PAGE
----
Small Business and the Regulatory Flexibility Act
Small businesses have long been understood as America’s economic engine. The roughly 32.5 million small businesses make up over 99% of all U.S. firms, represent 43.5% of America’s GDP, innovate at more than 12 times the rate of larger competitors, and account for 62% of net job creation since 1995. Despite small businesses’ strength in economic contributions, they are at a disadvantage when it comes to dealing with regulation. The Chamber’s work with the Bradley Foundation showed that U.S. businesses shoulder $1.9 trillion in annual regulatory compliance costs. For small businesses with 50 or fewer employees, the costs are nearly 20% higher than the average for all firms.
The Regulatory Flexibility Act (RFA), amended by the Small Business Regulatory Enforcement Fairness Act (SBREFA), was intended to rectify the disproportionate regulatory burden faced by small business by incorporating their concerns into the regulatory process and insisting that federal agencies find ways to meet their regulatory objectives while at the same time minimizing costs on small businesses. The Office of Advocacy at the U.S. Small Business Administration (SBA) is responsible for overseeing agency compliance with the RFA and acts as an independent voice within the Administration to ensure that agencies are sensitive to how their regulations impact small businesses.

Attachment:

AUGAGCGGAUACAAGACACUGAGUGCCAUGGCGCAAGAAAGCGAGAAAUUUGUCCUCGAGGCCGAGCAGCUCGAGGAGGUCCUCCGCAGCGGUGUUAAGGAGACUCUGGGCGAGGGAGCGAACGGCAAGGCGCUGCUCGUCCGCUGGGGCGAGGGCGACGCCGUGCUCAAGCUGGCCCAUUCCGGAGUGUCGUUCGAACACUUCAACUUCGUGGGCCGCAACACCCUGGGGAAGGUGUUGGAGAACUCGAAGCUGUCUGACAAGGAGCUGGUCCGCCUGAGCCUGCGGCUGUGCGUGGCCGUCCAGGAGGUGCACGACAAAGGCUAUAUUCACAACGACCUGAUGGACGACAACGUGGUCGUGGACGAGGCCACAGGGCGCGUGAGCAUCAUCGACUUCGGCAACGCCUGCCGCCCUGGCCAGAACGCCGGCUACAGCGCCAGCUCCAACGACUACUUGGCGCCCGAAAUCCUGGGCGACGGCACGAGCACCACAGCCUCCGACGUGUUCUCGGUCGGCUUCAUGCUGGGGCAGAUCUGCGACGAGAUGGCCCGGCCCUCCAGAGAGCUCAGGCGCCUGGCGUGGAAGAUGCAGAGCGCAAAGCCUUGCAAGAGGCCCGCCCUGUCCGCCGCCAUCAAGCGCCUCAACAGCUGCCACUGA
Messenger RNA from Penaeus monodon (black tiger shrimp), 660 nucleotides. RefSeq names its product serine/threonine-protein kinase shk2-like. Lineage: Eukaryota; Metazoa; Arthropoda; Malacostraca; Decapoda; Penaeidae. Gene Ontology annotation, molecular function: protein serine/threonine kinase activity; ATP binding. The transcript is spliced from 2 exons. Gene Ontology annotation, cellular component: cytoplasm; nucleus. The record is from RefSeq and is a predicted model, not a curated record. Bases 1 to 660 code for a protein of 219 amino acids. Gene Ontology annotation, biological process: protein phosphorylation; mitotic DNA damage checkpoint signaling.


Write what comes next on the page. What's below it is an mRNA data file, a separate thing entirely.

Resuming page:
Waters of the United States Rulemakings, SBA’s Office of Advocacy, and Small Business Input
Unfortunately, one way for federal agencies to avoid small business input is to incorrectly certify that a rulemaking would not have a significant economic impact on a substantial number of small entities. Rather than seek input from small businesses on how to manage wetlands permitting in a way that would be both environmentally protective and sensitive to impacts on small businesses, EPA and the Corps have repeatedly insisted - in 2014, 2019, and in 2023 – that their proposed WOTUS rules do not impose additional costs on small businesses.